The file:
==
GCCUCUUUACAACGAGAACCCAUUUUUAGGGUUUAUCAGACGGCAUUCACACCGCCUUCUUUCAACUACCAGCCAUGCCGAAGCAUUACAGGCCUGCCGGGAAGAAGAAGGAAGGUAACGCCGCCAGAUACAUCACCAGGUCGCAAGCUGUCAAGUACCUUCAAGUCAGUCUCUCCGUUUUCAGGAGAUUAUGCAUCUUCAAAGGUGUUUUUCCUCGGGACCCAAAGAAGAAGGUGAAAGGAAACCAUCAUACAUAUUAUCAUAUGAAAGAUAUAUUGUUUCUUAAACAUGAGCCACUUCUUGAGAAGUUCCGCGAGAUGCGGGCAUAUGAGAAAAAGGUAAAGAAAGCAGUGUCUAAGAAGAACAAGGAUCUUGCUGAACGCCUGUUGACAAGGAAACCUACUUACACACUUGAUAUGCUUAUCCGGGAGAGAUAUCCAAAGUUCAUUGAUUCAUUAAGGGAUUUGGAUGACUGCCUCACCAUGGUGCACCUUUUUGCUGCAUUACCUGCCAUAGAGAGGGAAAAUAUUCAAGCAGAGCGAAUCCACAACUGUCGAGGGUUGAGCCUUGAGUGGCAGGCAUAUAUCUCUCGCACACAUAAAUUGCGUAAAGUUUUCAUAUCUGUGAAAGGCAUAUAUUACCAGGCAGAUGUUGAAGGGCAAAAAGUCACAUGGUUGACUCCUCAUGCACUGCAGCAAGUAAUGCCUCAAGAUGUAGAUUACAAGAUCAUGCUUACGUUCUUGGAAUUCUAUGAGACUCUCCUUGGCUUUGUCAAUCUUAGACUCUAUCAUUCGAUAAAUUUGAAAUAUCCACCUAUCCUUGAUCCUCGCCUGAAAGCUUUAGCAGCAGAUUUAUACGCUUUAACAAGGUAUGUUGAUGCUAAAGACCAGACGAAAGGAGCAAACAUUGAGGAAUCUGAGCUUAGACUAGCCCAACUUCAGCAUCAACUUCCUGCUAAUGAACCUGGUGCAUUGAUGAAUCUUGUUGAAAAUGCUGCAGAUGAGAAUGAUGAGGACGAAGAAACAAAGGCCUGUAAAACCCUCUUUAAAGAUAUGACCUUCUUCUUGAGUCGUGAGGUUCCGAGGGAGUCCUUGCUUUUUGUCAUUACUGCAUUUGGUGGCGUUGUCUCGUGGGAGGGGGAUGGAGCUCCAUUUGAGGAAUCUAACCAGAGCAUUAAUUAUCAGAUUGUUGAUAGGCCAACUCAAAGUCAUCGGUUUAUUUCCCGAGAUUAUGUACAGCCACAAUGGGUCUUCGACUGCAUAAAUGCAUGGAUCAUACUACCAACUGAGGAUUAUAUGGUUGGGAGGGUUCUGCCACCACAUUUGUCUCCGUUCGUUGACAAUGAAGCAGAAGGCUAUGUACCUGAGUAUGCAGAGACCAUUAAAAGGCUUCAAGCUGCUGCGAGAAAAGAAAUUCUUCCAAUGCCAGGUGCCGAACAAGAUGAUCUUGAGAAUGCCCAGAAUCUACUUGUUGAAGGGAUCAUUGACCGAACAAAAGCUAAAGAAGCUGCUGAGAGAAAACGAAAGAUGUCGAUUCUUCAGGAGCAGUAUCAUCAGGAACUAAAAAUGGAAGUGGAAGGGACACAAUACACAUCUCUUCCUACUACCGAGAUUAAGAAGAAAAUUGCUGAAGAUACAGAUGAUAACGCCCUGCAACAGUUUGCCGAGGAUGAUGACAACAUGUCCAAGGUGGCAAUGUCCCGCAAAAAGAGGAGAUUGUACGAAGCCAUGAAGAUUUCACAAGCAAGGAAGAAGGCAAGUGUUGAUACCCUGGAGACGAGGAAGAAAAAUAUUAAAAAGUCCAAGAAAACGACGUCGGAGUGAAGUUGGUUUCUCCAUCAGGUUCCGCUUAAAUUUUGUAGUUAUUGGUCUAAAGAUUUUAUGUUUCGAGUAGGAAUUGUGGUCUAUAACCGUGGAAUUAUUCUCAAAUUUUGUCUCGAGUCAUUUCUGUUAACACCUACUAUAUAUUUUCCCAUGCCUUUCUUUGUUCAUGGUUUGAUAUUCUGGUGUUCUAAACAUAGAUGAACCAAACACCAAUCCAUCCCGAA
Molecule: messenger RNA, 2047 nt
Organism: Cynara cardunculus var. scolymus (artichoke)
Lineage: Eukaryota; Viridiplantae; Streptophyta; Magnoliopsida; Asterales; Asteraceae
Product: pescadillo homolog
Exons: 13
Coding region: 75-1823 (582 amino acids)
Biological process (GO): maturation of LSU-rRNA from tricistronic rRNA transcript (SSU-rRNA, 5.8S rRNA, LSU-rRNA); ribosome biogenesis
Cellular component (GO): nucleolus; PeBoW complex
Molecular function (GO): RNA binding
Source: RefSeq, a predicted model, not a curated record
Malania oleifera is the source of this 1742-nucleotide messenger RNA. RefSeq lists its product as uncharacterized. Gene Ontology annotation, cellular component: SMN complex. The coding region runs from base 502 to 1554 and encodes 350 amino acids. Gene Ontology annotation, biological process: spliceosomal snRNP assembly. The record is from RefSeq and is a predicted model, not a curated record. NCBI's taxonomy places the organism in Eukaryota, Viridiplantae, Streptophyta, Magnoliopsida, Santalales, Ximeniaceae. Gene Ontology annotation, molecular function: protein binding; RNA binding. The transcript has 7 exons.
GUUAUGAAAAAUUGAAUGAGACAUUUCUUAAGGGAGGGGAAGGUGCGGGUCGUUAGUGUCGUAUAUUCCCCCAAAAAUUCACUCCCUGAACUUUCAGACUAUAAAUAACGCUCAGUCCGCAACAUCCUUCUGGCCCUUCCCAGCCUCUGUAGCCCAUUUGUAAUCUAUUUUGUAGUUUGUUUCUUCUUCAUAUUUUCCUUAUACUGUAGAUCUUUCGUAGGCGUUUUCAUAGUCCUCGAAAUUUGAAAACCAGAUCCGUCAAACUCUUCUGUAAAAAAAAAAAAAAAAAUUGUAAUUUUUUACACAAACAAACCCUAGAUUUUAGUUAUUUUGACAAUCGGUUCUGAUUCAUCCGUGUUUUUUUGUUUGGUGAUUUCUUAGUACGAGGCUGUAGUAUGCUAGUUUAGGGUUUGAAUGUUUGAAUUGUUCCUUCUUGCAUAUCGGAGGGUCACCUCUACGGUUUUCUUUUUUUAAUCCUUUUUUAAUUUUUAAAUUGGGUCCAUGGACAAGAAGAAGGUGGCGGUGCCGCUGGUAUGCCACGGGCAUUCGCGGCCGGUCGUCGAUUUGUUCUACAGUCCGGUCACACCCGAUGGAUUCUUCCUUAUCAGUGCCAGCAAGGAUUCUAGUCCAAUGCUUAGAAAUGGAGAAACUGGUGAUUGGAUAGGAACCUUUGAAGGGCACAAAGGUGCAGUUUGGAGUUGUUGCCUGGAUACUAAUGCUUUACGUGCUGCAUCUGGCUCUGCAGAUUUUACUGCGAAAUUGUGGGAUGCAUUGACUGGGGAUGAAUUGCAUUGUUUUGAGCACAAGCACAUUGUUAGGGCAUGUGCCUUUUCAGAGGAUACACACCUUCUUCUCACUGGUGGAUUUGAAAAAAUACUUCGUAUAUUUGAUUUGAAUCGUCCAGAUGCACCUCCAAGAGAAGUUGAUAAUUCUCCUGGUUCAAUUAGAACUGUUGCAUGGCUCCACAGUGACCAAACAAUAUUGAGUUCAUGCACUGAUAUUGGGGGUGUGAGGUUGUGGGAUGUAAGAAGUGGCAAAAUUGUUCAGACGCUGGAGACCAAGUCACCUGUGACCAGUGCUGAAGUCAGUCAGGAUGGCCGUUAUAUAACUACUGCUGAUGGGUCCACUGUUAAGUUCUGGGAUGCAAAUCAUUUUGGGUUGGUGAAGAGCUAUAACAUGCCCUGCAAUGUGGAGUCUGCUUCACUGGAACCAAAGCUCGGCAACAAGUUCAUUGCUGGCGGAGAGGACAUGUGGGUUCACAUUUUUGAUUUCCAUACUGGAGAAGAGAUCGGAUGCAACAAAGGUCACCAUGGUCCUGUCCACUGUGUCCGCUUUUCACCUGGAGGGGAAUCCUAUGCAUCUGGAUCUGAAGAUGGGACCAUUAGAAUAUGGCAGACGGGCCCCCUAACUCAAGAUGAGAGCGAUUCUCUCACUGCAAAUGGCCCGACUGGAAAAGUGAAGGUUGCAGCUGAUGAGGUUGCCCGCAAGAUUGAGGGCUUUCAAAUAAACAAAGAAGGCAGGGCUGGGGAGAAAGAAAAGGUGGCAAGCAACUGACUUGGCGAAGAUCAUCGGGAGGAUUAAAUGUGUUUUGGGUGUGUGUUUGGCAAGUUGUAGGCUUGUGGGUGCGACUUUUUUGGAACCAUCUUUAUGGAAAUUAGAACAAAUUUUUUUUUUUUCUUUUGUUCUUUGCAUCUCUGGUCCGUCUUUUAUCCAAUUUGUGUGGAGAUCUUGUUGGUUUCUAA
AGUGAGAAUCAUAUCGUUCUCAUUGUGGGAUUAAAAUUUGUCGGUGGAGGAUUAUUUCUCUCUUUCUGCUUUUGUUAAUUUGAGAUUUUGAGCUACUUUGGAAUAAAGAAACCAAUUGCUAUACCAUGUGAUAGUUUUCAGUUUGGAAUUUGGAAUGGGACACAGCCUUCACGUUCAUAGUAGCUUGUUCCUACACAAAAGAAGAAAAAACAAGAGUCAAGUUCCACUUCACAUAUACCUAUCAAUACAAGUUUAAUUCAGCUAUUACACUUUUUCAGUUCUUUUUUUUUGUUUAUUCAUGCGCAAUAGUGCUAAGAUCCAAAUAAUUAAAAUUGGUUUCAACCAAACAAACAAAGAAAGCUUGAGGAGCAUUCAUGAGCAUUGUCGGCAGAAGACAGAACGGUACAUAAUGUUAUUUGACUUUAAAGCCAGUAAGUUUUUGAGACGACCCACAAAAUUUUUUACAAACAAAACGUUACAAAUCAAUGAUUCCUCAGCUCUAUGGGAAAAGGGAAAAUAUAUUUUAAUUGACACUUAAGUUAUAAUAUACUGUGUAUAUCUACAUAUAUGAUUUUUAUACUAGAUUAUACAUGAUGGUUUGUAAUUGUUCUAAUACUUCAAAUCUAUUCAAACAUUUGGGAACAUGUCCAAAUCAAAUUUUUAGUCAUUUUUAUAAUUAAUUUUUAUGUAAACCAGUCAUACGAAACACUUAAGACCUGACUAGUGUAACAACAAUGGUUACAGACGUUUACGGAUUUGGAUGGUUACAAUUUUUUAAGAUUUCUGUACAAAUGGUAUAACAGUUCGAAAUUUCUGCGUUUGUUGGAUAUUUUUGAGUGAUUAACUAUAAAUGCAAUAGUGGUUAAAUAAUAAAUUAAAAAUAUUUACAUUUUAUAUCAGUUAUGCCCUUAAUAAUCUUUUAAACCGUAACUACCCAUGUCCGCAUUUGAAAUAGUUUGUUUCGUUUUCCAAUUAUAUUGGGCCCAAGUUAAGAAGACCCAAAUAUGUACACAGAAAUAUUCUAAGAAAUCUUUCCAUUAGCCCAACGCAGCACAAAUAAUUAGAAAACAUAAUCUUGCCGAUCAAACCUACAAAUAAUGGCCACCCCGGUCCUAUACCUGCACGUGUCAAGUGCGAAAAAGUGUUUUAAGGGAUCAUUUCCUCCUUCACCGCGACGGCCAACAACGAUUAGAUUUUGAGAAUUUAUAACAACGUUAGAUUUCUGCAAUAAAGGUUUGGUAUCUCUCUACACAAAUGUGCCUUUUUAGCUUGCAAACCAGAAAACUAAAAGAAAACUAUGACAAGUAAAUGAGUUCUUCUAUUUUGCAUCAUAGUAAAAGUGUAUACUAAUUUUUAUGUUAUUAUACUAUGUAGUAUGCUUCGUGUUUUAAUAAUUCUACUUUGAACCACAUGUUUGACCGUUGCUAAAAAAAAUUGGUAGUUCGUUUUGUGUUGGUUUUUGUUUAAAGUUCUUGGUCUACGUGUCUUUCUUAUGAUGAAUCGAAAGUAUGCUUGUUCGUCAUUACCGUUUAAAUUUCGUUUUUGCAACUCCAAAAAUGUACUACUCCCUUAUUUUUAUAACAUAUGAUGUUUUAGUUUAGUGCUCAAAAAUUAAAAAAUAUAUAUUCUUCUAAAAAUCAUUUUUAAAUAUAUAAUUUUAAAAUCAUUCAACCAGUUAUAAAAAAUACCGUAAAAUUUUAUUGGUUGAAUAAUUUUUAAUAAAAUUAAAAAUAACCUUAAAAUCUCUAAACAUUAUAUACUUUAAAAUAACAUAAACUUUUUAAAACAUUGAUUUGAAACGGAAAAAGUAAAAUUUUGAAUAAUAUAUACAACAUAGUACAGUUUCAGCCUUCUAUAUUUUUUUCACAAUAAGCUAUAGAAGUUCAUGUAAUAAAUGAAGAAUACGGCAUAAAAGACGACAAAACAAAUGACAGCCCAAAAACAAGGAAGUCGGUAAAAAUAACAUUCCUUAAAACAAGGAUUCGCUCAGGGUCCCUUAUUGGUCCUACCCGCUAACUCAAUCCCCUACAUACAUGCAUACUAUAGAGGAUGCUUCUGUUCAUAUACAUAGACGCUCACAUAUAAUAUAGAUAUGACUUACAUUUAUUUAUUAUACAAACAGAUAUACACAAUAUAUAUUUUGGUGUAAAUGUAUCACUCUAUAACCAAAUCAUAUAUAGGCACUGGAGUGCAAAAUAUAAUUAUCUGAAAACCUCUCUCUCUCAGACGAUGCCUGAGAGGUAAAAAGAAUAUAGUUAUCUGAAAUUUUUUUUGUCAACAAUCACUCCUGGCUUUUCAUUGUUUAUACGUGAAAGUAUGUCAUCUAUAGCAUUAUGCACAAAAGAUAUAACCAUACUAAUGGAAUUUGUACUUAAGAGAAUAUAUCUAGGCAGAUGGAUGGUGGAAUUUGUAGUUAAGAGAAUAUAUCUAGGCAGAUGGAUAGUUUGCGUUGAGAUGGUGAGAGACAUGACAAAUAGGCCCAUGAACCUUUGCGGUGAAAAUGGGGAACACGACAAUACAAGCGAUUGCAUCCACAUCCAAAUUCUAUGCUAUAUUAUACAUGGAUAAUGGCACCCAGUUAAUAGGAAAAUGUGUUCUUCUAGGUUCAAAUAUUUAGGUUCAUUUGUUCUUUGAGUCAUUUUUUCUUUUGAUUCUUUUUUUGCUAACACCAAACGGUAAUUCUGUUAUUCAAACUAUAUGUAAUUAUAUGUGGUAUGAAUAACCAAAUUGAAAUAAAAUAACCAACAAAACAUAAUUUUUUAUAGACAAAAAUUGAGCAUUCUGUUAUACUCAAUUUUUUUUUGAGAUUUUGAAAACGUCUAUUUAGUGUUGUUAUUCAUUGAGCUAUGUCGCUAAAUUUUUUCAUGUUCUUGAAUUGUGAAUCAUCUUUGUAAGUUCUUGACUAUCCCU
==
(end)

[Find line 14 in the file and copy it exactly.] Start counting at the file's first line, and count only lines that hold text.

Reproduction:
AGUGAGAAUCAUAUCGUUCUCAUUGUGGGAUUAAAAUUUGUCGGUGGAGGAUUAUUUCUCUCUUUCUGCUUUUGUUAAUUUGAGAUUUUGAGCUACUUUGGAAUAAAGAAACCAAUUGCUAUACCAUGUGAUAGUUUUCAGUUUGGAAUUUGGAAUGGGACACAGCCUUCACGUUCAUAGUAGCUUGUUCCUACACAAAAGAAGAAAAAACAAGAGUCAAGUUCCACUUCACAUAUACCUAUCAAUACAAGUUUAAUUCAGCUAUUACACUUUUUCAGUUCUUUUUUUUUGUUUAUUCAUGCGCAAUAGUGCUAAGAUCCAAAUAAUUAAAAUUGGUUUCAACCAAACAAACAAAGAAAGCUUGAGGAGCAUUCAUGAGCAUUGUCGGCAGAAGACAGAACGGUACAUAAUGUUAUUUGACUUUAAAGCCAGUAAGUUUUUGAGACGACCCACAAAAUUUUUUACAAACAAAACGUUACAAAUCAAUGAUUCCUCAGCUCUAUGGGAAAAGGGAAAAUAUAUUUUAAUUGACACUUAAGUUAUAAUAUACUGUGUAUAUCUACAUAUAUGAUUUUUAUACUAGAUUAUACAUGAUGGUUUGUAAUUGUUCUAAUACUUCAAAUCUAUUCAAACAUUUGGGAACAUGUCCAAAUCAAAUUUUUAGUCAUUUUUAUAAUUAAUUUUUAUGUAAACCAGUCAUACGAAACACUUAAGACCUGACUAGUGUAACAACAAUGGUUACAGACGUUUACGGAUUUGGAUGGUUACAAUUUUUUAAGAUUUCUGUACAAAUGGUAUAACAGUUCGAAAUUUCUGCGUUUGUUGGAUAUUUUUGAGUGAUUAACUAUAAAUGCAAUAGUGGUUAAAUAAUAAAUUAAAAAUAUUUACAUUUUAUAUCAGUUAUGCCCUUAAUAAUCUUUUAAACCGUAACUACCCAUGUCCGCAUUUGAAAUAGUUUGUUUCGUUUUCCAAUUAUAUUGGGCCCAAGUUAAGAAGACCCAAAUAUGUACACAGAAAUAUUCUAAGAAAUCUUUCCAUUAGCCCAACGCAGCACAAAUAAUUAGAAAACAUAAUCUUGCCGAUCAAACCUACAAAUAAUGGCCACCCCGGUCCUAUACCUGCACGUGUCAAGUGCGAAAAAGUGUUUUAAGGGAUCAUUUCCUCCUUCACCGCGACGGCCAACAACGAUUAGAUUUUGAGAAUUUAUAACAACGUUAGAUUUCUGCAAUAAAGGUUUGGUAUCUCUCUACACAAAUGUGCCUUUUUAGCUUGCAAACCAGAAAACUAAAAGAAAACUAUGACAAGUAAAUGAGUUCUUCUAUUUUGCAUCAUAGUAAAAGUGUAUACUAAUUUUUAUGUUAUUAUACUAUGUAGUAUGCUUCGUGUUUUAAUAAUUCUACUUUGAACCACAUGUUUGACCGUUGCUAAAAAAAAUUGGUAGUUCGUUUUGUGUUGGUUUUUGUUUAAAGUUCUUGGUCUACGUGUCUUUCUUAUGAUGAAUCGAAAGUAUGCUUGUUCGUCAUUACCGUUUAAAUUUCGUUUUUGCAACUCCAAAAAUGUACUACUCCCUUAUUUUUAUAACAUAUGAUGUUUUAGUUUAGUGCUCAAAAAUUAAAAAAUAUAUAUUCUUCUAAAAAUCAUUUUUAAAUAUAUAAUUUUAAAAUCAUUCAACCAGUUAUAAAAAAUACCGUAAAAUUUUAUUGGUUGAAUAAUUUUUAAUAAAAUUAAAAAUAACCUUAAAAUCUCUAAACAUUAUAUACUUUAAAAUAACAUAAACUUUUUAAAACAUUGAUUUGAAACGGAAAAAGUAAAAUUUUGAAUAAUAUAUACAACAUAGUACAGUUUCAGCCUUCUAUAUUUUUUUCACAAUAAGCUAUAGAAGUUCAUGUAAUAAAUGAAGAAUACGGCAUAAAAGACGACAAAACAAAUGACAGCCCAAAAACAAGGAAGUCGGUAAAAAUAACAUUCCUUAAAACAAGGAUUCGCUCAGGGUCCCUUAUUGGUCCUACCCGCUAACUCAAUCCCCUACAUACAUGCAUACUAUAGAGGAUGCUUCUGUUCAUAUACAUAGACGCUCACAUAUAAUAUAGAUAUGACUUACAUUUAUUUAUUAUACAAACAGAUAUACACAAUAUAUAUUUUGGUGUAAAUGUAUCACUCUAUAACCAAAUCAUAUAUAGGCACUGGAGUGCAAAAUAUAAUUAUCUGAAAACCUCUCUCUCUCAGACGAUGCCUGAGAGGUAAAAAGAAUAUAGUUAUCUGAAAUUUUUUUUGUCAACAAUCACUCCUGGCUUUUCAUUGUUUAUACGUGAAAGUAUGUCAUCUAUAGCAUUAUGCACAAAAGAUAUAACCAUACUAAUGGAAUUUGUACUUAAGAGAAUAUAUCUAGGCAGAUGGAUGGUGGAAUUUGUAGUUAAGAGAAUAUAUCUAGGCAGAUGGAUAGUUUGCGUUGAGAUGGUGAGAGACAUGACAAAUAGGCCCAUGAACCUUUGCGGUGAAAAUGGGGAACACGACAAUACAAGCGAUUGCAUCCACAUCCAAAUUCUAUGCUAUAUUAUACAUGGAUAAUGGCACCCAGUUAAUAGGAAAAUGUGUUCUUCUAGGUUCAAAUAUUUAGGUUCAUUUGUUCUUUGAGUCAUUUUUUCUUUUGAUUCUUUUUUUGCUAACACCAAACGGUAAUUCUGUUAUUCAAACUAUAUGUAAUUAUAUGUGGUAUGAAUAACCAAAUUGAAAUAAAAUAACCAACAAAACAUAAUUUUUUAUAGACAAAAAUUGAGCAUUCUGUUAUACUCAAUUUUUUUUUGAGAUUUUGAAAACGUCUAUUUAGUGUUGUUAUUCAUUGAGCUAUGUCGCUAAAUUUUUUCAUGUUCUUGAAUUGUGAAUCAUCUUUGUAAGUUCUUGACUAUCCCU